My research agenda spans several decades. While my interests have shifted from time to time, it displays considerable continuity. The basic themes are globalization, glocalization, culture, nations and nationalism, religion, transnationalism and diaspora.
A considerable part of my scholarship has been devoted in an effort to combine the articulation of portable heuristics for social scientists while using the historical record of the Eastern Mediterranean & Southeastern Europe to flesh out new interpretations and theoretical perspectives both for sociology as well as for the social sciences and the humanities at large. This orientation is a reflection of my long-standing belief that the social sciences have been shaped by a "Western bias" that can only be rectified through the inclusion of the historical experience of the non-Western parts of the globe. Another long-term objective has been to construct sociological accounts of the historical trajectory of Orthodox Christianity and thus to overturn age-old biases about this important branch of Christianity.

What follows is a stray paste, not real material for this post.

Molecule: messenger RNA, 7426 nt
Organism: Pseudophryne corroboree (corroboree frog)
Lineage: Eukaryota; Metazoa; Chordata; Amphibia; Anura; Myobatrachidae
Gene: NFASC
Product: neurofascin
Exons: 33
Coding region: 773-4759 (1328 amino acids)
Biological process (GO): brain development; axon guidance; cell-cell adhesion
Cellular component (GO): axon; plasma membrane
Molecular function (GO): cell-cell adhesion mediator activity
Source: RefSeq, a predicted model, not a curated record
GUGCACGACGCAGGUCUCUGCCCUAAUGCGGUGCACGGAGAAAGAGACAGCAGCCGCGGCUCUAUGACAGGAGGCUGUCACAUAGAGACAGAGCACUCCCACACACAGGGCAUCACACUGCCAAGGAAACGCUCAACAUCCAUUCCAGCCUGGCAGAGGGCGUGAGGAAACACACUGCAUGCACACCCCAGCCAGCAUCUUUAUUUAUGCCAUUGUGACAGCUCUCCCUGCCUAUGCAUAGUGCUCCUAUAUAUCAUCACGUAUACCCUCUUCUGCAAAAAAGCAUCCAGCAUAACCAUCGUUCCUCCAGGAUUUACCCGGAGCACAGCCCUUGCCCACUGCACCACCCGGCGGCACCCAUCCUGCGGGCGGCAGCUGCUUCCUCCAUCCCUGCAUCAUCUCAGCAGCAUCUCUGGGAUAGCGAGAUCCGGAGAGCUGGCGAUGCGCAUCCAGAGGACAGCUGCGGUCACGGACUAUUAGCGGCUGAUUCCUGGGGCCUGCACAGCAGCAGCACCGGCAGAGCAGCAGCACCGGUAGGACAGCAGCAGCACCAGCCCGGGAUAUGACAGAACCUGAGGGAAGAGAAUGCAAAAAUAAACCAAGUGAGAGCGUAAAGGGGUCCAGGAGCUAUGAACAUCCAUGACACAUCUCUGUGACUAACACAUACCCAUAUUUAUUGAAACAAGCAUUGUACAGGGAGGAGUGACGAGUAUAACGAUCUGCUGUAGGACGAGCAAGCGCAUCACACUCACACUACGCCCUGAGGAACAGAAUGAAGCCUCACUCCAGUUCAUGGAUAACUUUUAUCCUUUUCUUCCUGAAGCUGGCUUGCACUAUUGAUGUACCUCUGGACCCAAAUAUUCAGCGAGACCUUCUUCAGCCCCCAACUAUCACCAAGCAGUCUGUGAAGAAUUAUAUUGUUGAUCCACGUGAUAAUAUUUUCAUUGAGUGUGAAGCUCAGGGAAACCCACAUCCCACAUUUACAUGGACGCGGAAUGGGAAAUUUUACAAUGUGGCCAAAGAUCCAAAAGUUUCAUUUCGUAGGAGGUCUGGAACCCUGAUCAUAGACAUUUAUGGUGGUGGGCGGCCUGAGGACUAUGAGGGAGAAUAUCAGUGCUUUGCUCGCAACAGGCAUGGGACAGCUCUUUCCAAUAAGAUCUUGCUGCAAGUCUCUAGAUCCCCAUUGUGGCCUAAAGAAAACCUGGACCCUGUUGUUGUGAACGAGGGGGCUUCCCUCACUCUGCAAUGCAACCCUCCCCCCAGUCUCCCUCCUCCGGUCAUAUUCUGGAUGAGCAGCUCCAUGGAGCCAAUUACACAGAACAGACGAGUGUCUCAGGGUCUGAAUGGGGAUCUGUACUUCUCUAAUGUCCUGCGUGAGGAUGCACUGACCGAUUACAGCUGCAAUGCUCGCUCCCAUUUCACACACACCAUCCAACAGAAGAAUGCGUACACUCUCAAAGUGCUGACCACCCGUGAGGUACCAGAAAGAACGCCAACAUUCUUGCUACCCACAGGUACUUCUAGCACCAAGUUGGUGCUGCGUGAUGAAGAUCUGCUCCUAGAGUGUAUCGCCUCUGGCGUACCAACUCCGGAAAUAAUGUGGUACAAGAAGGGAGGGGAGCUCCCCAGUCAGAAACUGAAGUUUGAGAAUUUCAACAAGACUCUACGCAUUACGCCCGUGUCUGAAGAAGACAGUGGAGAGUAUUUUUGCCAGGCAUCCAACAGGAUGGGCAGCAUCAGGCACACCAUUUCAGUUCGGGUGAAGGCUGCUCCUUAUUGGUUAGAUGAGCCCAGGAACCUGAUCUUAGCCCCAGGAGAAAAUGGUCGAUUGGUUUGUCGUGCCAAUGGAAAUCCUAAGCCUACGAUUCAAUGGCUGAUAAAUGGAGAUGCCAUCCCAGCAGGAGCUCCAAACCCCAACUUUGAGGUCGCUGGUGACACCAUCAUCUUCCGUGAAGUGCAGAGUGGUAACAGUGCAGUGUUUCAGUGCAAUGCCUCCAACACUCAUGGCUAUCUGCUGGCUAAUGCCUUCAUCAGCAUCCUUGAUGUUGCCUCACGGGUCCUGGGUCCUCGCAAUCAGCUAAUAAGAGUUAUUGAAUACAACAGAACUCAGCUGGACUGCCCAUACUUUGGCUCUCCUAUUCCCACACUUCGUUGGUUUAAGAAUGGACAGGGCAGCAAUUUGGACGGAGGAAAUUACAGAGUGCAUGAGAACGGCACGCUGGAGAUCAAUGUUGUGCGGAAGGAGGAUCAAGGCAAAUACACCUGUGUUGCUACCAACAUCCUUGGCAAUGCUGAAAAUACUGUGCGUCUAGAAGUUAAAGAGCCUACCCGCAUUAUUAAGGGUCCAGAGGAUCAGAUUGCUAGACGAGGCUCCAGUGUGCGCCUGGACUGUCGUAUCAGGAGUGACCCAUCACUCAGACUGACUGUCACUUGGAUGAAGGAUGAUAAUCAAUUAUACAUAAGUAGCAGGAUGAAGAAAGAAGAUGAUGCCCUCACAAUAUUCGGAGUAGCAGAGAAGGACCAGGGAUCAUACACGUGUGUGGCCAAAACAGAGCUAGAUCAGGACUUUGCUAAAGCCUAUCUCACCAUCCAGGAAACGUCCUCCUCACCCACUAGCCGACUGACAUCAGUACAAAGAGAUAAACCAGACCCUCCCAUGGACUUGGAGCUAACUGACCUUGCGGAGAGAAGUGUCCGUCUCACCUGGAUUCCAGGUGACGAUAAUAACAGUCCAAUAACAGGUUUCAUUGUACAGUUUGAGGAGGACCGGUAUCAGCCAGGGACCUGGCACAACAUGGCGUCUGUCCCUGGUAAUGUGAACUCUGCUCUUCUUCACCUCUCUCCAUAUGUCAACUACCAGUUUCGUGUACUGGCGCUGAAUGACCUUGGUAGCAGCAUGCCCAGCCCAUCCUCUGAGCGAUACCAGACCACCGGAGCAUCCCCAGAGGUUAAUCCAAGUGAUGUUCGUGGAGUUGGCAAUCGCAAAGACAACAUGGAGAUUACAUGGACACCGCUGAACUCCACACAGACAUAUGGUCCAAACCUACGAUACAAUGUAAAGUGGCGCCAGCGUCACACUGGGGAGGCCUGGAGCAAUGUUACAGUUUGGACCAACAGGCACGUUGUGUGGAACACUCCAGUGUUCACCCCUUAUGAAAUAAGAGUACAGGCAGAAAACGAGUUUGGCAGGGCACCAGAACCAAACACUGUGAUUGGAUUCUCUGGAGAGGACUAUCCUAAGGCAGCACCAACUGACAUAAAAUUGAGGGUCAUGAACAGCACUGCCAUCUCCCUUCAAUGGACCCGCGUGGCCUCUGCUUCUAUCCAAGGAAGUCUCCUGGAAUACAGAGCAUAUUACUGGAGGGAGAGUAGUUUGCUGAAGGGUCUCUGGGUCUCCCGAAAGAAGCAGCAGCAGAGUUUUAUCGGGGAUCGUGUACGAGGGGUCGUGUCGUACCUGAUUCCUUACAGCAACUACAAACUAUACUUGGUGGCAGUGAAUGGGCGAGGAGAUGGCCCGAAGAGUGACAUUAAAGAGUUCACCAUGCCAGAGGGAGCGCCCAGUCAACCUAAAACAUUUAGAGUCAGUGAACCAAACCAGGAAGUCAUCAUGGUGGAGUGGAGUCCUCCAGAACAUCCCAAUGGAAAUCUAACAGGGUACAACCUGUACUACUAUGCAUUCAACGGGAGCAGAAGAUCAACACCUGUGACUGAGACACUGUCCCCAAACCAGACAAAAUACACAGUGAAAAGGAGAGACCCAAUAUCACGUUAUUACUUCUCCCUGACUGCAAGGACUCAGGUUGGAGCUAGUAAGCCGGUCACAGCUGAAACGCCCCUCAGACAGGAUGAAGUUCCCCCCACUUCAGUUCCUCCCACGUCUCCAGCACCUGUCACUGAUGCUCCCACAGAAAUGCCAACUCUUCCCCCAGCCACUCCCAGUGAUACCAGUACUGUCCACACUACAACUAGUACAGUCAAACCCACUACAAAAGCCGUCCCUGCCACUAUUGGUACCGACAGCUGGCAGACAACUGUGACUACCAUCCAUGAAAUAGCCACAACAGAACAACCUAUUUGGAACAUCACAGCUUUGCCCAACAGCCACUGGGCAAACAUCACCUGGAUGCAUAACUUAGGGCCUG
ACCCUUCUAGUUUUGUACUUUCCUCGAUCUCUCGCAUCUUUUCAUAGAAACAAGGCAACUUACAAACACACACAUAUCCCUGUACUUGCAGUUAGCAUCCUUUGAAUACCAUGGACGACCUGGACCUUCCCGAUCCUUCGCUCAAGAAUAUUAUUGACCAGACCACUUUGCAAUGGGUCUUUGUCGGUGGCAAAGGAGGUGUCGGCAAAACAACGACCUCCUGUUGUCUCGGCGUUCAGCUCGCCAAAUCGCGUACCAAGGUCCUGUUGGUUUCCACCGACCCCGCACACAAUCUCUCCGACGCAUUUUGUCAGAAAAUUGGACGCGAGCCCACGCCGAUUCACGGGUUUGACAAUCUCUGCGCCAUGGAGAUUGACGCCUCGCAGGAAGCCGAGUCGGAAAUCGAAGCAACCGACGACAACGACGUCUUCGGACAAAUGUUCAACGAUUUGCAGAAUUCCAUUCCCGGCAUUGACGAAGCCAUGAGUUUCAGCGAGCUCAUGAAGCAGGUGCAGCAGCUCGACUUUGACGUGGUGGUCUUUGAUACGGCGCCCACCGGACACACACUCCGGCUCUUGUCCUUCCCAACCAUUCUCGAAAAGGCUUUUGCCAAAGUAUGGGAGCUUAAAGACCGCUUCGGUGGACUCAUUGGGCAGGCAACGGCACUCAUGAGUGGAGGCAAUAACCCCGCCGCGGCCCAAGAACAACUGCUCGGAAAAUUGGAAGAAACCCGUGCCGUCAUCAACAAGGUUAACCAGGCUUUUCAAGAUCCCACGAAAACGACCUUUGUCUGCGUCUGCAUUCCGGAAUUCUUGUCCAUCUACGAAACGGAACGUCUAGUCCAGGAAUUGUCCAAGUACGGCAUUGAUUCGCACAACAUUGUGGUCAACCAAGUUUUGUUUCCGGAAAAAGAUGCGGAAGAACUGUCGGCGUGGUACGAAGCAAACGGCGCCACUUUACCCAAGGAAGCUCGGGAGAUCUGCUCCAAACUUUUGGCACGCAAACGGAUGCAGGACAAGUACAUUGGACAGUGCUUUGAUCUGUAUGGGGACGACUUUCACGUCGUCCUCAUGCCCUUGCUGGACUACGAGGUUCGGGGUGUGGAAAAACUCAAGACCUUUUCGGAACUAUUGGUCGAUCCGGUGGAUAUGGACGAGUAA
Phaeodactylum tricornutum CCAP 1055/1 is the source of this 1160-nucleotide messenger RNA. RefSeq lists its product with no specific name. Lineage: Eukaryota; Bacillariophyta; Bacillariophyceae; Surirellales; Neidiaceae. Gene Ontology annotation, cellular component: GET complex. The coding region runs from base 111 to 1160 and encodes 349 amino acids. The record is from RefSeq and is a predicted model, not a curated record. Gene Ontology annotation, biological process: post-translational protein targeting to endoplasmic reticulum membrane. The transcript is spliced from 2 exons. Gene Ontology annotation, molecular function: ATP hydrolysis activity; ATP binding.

Overall, I consider my work on globalization and glocalization to be that aspect of my scholarship that is most relevant to a broad & diverse international audience.
In the following you may find a presentation of my academic work organized into different clusters. These clusters offer a retrospective presentation of my scholarship.